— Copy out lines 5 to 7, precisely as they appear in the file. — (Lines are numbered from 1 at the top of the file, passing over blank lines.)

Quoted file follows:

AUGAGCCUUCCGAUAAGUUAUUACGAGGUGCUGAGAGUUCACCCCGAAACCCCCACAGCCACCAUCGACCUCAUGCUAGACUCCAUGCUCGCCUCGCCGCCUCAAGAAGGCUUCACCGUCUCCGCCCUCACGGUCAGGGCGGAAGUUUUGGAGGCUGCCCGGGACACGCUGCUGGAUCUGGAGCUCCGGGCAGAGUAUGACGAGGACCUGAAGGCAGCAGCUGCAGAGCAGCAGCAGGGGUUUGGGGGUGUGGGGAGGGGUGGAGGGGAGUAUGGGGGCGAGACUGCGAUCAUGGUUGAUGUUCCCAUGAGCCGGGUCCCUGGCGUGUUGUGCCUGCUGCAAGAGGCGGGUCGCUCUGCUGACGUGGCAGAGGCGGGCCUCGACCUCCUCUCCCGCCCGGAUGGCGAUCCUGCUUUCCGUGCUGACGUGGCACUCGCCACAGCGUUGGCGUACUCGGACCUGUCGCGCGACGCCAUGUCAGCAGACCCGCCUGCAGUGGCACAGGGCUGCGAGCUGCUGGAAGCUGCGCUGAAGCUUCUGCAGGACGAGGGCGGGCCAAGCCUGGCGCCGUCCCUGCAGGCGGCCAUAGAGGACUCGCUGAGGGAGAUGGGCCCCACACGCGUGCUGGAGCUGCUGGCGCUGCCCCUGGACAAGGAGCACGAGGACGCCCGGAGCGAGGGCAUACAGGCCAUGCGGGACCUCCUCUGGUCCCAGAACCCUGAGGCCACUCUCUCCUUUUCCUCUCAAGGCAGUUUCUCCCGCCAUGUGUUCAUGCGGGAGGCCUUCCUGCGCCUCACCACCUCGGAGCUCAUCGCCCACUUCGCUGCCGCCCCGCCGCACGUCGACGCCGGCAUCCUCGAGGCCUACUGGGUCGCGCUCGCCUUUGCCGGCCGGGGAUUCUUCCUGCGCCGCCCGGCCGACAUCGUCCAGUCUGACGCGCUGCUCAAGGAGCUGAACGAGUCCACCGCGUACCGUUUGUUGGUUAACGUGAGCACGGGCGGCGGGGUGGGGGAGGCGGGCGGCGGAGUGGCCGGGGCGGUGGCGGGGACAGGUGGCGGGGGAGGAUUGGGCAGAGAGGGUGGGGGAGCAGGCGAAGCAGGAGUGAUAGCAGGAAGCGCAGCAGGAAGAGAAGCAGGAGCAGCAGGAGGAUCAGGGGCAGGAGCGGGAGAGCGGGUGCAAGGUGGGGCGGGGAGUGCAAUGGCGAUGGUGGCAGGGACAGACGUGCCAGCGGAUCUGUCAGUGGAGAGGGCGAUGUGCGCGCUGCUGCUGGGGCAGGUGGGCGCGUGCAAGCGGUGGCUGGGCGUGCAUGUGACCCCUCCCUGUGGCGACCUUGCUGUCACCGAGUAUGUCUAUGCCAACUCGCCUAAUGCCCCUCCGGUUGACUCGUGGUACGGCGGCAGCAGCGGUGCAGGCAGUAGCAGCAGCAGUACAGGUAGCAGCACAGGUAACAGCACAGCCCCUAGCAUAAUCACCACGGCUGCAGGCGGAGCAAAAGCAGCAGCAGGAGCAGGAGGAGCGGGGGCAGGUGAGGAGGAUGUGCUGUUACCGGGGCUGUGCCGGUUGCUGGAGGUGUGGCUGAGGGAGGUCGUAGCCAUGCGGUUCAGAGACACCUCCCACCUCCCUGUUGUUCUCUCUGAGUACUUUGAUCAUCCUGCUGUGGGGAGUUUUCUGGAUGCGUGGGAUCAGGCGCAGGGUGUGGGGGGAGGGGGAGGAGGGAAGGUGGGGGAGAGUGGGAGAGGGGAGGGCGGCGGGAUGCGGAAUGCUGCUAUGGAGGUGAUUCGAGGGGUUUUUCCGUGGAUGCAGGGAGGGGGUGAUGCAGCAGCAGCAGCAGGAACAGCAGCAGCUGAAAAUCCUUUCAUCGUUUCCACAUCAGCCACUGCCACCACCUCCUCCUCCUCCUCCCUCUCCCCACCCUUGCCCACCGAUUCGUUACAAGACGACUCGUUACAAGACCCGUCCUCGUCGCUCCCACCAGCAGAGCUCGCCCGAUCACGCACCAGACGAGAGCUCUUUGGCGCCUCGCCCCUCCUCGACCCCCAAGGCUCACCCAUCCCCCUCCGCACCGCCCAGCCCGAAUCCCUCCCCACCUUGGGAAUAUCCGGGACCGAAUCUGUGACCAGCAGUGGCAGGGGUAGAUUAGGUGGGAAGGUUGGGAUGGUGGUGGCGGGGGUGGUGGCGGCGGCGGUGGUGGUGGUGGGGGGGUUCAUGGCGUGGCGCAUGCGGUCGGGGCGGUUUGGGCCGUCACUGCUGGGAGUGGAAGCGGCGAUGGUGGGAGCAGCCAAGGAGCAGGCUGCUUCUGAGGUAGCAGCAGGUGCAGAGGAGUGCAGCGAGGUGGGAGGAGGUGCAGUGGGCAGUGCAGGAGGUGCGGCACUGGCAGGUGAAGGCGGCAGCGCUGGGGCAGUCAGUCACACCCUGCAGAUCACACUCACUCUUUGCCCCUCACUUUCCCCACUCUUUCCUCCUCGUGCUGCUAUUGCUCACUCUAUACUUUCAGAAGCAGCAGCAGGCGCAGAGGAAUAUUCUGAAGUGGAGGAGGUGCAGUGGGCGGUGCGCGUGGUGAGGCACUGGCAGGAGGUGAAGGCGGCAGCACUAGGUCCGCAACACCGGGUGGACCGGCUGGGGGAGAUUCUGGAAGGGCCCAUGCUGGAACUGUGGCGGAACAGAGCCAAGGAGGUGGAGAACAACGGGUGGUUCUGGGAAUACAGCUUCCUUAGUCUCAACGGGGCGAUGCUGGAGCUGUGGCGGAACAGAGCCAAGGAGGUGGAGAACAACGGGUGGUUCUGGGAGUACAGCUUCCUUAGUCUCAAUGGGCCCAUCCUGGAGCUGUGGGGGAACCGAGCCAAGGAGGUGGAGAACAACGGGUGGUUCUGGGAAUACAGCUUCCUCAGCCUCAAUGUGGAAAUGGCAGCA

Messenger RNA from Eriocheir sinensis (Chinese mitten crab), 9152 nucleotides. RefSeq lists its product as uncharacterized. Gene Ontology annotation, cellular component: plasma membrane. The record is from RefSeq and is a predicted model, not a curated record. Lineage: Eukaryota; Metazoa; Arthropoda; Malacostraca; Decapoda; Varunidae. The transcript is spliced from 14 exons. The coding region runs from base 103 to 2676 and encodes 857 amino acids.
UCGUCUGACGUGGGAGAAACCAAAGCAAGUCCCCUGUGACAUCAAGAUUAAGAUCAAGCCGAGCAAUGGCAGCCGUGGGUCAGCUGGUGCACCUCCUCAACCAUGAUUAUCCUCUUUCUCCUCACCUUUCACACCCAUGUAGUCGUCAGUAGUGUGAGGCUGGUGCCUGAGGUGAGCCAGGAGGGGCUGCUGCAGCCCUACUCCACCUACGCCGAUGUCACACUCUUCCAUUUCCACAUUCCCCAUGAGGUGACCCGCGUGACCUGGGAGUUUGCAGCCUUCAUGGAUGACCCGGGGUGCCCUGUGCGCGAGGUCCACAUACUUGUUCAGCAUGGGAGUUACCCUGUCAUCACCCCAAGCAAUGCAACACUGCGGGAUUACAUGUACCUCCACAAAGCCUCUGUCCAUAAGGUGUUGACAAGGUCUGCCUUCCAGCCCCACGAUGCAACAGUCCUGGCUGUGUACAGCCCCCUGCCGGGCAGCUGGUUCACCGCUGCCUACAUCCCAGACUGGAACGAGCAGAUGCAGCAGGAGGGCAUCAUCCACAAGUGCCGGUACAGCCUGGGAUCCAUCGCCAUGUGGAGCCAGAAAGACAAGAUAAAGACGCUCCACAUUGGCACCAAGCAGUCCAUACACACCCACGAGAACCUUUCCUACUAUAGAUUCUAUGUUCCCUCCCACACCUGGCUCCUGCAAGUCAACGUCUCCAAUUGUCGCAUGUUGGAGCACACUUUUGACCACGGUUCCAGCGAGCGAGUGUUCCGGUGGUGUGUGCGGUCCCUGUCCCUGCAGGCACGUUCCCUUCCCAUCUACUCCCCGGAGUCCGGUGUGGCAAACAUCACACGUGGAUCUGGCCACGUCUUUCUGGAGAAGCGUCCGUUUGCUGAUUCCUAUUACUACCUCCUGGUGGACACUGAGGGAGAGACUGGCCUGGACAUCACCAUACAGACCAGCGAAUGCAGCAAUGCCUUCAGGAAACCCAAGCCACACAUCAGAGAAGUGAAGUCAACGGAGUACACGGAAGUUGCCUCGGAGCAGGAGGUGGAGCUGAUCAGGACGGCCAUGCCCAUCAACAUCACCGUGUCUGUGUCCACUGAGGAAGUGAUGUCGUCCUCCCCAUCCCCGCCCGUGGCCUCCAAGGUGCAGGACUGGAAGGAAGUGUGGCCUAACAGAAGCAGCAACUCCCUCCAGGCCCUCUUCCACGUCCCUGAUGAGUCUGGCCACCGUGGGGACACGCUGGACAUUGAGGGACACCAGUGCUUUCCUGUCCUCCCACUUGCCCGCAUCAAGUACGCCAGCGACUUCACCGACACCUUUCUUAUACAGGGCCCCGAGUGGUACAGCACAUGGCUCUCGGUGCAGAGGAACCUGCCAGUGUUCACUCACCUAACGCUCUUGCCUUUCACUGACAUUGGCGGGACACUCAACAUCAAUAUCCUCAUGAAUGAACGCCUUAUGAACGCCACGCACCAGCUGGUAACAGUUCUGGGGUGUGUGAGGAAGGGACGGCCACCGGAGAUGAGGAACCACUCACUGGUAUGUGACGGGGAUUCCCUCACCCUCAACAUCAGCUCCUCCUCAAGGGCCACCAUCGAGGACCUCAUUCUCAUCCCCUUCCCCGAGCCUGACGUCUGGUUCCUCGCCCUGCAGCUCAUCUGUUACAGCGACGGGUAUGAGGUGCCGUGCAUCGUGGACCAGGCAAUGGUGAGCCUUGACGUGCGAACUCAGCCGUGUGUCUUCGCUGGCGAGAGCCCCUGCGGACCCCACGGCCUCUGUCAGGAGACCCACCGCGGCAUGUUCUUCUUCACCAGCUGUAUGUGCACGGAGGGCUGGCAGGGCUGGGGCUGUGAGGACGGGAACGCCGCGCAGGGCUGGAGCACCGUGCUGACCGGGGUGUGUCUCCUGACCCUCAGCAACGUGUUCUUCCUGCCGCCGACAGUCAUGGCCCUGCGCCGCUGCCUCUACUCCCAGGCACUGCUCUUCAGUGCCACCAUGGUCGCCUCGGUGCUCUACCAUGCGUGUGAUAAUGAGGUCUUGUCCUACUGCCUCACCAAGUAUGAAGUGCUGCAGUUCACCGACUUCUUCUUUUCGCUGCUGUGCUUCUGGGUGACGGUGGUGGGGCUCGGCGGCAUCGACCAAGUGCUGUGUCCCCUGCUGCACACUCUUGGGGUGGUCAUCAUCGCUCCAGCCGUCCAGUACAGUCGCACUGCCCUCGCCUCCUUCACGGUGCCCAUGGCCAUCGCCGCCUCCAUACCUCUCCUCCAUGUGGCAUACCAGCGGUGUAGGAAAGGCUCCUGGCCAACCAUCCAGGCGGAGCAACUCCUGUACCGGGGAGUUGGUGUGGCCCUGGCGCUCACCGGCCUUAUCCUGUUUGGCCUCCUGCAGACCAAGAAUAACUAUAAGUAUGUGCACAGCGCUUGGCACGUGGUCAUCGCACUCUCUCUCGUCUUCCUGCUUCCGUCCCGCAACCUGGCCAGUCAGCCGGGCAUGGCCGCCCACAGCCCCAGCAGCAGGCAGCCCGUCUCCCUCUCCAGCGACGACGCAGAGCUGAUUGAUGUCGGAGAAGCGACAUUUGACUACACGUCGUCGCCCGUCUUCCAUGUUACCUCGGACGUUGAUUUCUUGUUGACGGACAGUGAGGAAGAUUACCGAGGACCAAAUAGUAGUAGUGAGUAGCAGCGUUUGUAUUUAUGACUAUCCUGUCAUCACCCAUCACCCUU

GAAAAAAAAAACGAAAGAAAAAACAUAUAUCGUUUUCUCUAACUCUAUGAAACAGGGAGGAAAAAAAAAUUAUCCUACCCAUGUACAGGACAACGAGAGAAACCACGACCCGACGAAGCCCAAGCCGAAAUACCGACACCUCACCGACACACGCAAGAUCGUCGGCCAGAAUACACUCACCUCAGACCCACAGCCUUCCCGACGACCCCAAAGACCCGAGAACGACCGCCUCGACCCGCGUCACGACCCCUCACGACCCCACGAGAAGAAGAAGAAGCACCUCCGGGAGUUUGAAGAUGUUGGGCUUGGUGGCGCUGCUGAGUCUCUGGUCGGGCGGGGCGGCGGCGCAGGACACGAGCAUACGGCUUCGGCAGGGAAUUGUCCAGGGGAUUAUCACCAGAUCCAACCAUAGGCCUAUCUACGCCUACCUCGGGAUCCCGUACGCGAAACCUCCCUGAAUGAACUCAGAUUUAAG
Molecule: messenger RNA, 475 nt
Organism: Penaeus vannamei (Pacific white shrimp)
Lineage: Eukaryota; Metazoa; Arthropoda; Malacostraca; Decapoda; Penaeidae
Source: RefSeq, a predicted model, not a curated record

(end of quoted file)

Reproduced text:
Molecule: messenger RNA, 475 nt
Organism: Penaeus vannamei (Pacific white shrimp)
Lineage: Eukaryota; Metazoa; Arthropoda; Malacostraca; Decapoda; Penaeidae